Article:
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Guides & Tutorials

Serving custom HTTP headers

Custom headers config file

Guides & Tutorials

Serving custom HTTP headers

Custom headers config file

Throughout December we'll be highlighting a different Netlify feature each day. It might just be the thing you need to unlock those creative juices, and dust off that domain you registered but never deployed! Keep an eye on the blog and on Twitter for each feature!

Each day this month we’ve looked at a different Netlify feature. We’ve learned lots of ways we can use Netlify to build and to serve our web sites, apps, and stores without needing us to first become experts in all of the different parts of the web technology stack.

Netlify aims to make it easier for all developers (irrespective of experience and expertise) to build better web projects, and to help getting those projects out into the world with the least amount of effort and friction.

Sensible defaults, simple customisations

When it comes to delivery, very many web projects can adopt some carefully and expertly established defaults. Thanks to the skills of the teams of engineers at Netlify we can inherit all of the clever hosting, caching, and deployment behaviours designed right into the system. (Seriously! Thanks, you lot!) It gives us access to things like instant rollbacks, branch deploys, auto-publishing control, and so much more. All without needing to become experts in the underlying technologies used to deploy and to host our sites.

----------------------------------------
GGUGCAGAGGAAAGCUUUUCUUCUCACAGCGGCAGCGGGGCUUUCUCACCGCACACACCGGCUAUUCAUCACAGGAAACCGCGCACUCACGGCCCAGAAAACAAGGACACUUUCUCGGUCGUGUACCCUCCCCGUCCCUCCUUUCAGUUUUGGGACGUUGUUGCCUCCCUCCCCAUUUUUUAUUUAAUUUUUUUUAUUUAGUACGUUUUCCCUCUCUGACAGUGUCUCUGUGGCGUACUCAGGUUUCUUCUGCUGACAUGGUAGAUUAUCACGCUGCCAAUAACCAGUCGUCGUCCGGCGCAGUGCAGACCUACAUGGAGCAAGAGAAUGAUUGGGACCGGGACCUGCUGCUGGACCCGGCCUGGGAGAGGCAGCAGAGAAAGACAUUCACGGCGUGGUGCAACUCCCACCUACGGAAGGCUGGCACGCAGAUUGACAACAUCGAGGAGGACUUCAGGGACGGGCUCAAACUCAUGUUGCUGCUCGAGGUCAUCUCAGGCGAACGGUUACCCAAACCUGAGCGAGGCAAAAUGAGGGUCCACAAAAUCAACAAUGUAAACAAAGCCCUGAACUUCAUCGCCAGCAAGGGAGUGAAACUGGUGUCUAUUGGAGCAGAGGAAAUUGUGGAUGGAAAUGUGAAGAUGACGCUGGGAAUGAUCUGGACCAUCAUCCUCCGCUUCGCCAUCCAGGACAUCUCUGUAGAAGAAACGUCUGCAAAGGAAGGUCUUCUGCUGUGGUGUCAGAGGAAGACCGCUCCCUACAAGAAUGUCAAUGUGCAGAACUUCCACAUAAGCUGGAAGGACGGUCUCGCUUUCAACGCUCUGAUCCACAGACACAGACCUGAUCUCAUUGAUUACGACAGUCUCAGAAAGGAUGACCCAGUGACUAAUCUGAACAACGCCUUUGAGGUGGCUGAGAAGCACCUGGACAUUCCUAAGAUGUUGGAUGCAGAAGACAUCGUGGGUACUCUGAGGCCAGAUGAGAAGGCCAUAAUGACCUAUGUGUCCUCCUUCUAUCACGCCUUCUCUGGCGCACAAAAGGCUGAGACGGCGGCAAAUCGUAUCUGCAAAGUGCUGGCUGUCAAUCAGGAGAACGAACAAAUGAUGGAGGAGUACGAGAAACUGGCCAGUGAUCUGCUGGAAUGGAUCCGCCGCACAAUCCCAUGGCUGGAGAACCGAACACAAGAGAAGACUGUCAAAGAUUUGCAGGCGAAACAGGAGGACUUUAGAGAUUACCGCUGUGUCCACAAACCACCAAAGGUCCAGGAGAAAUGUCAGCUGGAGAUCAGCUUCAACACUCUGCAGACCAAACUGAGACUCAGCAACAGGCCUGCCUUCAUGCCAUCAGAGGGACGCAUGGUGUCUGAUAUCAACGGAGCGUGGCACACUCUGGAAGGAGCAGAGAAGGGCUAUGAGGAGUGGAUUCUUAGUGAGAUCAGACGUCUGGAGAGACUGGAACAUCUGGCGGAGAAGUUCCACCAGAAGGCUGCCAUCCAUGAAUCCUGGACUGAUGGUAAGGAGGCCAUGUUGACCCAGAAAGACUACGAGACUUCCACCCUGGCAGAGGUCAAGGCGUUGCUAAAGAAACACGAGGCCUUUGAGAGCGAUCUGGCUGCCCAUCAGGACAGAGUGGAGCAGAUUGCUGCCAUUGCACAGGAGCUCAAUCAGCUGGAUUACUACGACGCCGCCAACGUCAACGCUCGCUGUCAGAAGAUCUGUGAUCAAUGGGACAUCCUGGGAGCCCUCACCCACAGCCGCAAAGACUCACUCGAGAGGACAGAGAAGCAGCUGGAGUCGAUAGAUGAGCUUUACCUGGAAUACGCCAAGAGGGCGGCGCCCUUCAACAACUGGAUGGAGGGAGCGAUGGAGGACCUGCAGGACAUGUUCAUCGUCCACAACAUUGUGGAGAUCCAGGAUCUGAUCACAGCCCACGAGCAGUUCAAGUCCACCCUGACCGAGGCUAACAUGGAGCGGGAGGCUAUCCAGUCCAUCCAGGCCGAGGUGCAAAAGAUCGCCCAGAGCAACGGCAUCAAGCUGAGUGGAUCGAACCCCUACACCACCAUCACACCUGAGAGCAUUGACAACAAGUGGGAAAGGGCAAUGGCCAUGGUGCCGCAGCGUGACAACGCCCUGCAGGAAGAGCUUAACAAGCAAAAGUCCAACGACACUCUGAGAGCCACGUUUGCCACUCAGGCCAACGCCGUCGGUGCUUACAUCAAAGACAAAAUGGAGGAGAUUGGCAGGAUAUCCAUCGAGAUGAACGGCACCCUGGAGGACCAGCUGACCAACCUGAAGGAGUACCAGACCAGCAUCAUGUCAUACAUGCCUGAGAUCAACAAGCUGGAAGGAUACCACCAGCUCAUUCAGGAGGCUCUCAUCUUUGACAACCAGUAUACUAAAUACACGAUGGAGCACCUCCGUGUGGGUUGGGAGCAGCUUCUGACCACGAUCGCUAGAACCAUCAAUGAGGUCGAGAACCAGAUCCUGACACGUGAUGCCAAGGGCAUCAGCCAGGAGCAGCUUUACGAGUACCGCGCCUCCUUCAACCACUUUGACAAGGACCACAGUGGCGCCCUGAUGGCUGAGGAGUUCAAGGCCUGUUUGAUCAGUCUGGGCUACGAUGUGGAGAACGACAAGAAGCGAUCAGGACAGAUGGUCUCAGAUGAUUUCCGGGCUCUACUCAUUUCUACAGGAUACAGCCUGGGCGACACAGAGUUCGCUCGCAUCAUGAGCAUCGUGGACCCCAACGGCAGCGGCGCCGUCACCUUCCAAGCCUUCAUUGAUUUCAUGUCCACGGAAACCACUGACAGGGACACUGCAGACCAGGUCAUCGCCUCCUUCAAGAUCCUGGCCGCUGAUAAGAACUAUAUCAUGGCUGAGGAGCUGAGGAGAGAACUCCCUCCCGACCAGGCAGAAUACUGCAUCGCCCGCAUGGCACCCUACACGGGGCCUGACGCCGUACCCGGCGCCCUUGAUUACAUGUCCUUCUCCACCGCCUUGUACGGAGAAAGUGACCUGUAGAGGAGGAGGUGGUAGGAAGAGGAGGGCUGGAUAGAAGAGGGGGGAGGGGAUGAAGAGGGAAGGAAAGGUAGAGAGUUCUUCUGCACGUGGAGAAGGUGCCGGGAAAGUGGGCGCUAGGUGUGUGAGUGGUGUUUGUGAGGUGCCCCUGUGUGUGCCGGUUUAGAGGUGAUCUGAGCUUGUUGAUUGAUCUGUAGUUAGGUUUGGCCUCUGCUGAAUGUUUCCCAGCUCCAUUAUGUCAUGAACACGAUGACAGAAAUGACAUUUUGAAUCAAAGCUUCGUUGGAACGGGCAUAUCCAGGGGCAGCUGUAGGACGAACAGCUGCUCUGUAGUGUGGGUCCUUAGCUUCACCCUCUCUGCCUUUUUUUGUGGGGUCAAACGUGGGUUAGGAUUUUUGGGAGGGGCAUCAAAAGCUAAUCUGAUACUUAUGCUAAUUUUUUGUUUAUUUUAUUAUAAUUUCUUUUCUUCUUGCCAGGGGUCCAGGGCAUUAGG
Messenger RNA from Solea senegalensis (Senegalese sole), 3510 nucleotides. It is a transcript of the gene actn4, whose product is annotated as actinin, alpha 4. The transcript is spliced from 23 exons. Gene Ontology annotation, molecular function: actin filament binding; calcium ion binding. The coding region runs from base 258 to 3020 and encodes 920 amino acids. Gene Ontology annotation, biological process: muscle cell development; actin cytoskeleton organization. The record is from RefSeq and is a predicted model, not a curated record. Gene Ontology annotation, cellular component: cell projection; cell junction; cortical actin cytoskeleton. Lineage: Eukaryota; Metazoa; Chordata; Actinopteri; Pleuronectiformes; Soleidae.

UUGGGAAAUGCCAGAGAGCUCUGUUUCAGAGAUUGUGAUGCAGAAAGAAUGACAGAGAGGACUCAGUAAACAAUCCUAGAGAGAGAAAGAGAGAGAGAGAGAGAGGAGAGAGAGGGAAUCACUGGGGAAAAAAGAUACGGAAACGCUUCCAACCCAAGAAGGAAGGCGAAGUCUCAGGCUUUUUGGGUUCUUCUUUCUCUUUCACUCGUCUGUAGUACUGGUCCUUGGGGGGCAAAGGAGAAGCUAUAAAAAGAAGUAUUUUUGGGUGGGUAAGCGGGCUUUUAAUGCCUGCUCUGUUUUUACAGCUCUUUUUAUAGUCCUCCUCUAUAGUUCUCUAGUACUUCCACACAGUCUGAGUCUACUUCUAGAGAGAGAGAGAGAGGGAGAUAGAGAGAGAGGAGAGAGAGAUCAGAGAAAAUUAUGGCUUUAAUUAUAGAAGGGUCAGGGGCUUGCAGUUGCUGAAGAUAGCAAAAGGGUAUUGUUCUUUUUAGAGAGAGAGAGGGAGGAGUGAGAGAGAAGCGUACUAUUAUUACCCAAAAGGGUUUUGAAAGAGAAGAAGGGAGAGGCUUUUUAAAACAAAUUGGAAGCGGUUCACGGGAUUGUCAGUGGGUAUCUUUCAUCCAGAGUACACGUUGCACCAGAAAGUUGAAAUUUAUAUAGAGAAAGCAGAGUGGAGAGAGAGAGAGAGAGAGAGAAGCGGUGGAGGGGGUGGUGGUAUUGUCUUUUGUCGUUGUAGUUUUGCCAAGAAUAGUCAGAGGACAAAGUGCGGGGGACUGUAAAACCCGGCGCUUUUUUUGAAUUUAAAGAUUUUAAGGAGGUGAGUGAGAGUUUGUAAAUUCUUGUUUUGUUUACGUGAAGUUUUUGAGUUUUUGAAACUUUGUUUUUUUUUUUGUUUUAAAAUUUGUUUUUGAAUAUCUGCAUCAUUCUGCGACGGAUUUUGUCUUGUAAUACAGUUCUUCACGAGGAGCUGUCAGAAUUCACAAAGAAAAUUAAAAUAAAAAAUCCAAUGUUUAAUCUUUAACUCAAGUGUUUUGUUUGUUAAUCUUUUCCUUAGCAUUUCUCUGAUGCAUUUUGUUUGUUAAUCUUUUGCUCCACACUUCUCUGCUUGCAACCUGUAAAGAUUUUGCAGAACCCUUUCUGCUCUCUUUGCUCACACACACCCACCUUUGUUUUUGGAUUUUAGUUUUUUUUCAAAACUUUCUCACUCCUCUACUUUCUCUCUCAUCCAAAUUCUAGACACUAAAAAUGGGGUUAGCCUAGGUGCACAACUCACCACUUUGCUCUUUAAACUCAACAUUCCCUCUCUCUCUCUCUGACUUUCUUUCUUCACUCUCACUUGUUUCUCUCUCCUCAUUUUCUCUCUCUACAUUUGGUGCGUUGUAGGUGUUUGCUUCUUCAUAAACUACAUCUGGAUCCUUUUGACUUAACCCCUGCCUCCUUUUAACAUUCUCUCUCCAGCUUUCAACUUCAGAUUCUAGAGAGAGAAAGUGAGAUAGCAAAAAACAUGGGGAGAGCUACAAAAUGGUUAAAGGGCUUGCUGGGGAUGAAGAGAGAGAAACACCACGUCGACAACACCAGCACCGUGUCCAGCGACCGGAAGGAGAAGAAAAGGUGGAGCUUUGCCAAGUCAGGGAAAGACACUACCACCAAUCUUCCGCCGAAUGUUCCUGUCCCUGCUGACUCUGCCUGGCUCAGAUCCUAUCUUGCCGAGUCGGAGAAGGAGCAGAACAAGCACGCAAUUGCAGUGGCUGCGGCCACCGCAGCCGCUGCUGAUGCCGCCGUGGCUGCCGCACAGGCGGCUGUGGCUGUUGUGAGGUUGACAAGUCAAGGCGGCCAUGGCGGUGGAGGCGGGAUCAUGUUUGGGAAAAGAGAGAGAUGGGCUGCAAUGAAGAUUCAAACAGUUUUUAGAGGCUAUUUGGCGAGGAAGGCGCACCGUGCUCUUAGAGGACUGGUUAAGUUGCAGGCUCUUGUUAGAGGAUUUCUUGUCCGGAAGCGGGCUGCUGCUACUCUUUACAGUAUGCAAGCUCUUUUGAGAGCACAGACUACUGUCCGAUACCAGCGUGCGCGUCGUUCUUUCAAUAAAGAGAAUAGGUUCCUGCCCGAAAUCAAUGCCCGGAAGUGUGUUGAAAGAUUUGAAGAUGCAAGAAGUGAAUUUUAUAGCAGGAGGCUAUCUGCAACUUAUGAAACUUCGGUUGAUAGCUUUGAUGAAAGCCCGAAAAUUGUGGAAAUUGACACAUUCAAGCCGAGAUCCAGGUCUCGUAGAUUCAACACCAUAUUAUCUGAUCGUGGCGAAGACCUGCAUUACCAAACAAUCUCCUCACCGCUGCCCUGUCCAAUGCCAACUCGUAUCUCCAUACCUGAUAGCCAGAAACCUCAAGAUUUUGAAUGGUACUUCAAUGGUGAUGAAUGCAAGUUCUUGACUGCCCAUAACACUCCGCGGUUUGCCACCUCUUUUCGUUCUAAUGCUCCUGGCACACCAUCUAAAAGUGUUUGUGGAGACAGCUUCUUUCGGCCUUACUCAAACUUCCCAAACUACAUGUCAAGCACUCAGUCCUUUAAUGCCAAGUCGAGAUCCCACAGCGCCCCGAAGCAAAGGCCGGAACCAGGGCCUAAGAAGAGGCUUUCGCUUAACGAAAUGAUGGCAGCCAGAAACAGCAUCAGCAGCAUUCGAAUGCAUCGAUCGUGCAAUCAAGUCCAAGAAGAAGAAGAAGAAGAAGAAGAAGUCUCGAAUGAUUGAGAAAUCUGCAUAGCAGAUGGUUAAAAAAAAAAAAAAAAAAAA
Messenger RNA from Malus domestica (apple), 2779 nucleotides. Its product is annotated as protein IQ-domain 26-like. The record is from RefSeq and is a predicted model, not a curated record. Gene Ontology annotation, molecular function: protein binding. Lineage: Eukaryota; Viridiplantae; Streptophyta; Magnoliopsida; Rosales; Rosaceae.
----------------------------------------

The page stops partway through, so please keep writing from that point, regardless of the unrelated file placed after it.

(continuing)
Occasionally though, we might need something more exotic. Maybe we need to have some additional control over things like the HTTP headers and caching behaviours. Usually the defaults will serve us just fine, but expert mode is available just incase!

Serving custom headers

You can make custom adjustments to the default HTTP headers being served in your web sites by adding a _headers file to your publish directory, or by adding some configurations to your netlify.toml file.

For instance, perhaps you are serving some data files to your site which you don’t want to be cached by your site visitors. You can override the defaults and specify your own cache-control headers for all the assets served in the /data/ folder like this:

# Example configuration in a _headers file

/data/*
cache-control: max-age=0
cache-control: no-cache
cache-control: no-store
cache-control: must-revalidate

Access to this kind of control if it is really needed means that we can continue to benefit from all of the defaults and automations and features of the Netlify platform, but occasionally extend and tune some aspects when a particularly complex scenario comes along.

Whatever you are building, be it a bit of fun, a personal project, or a global enterprise site, the features we’ve mentioned here this month should help you go from concept to reality.

Happy developing!

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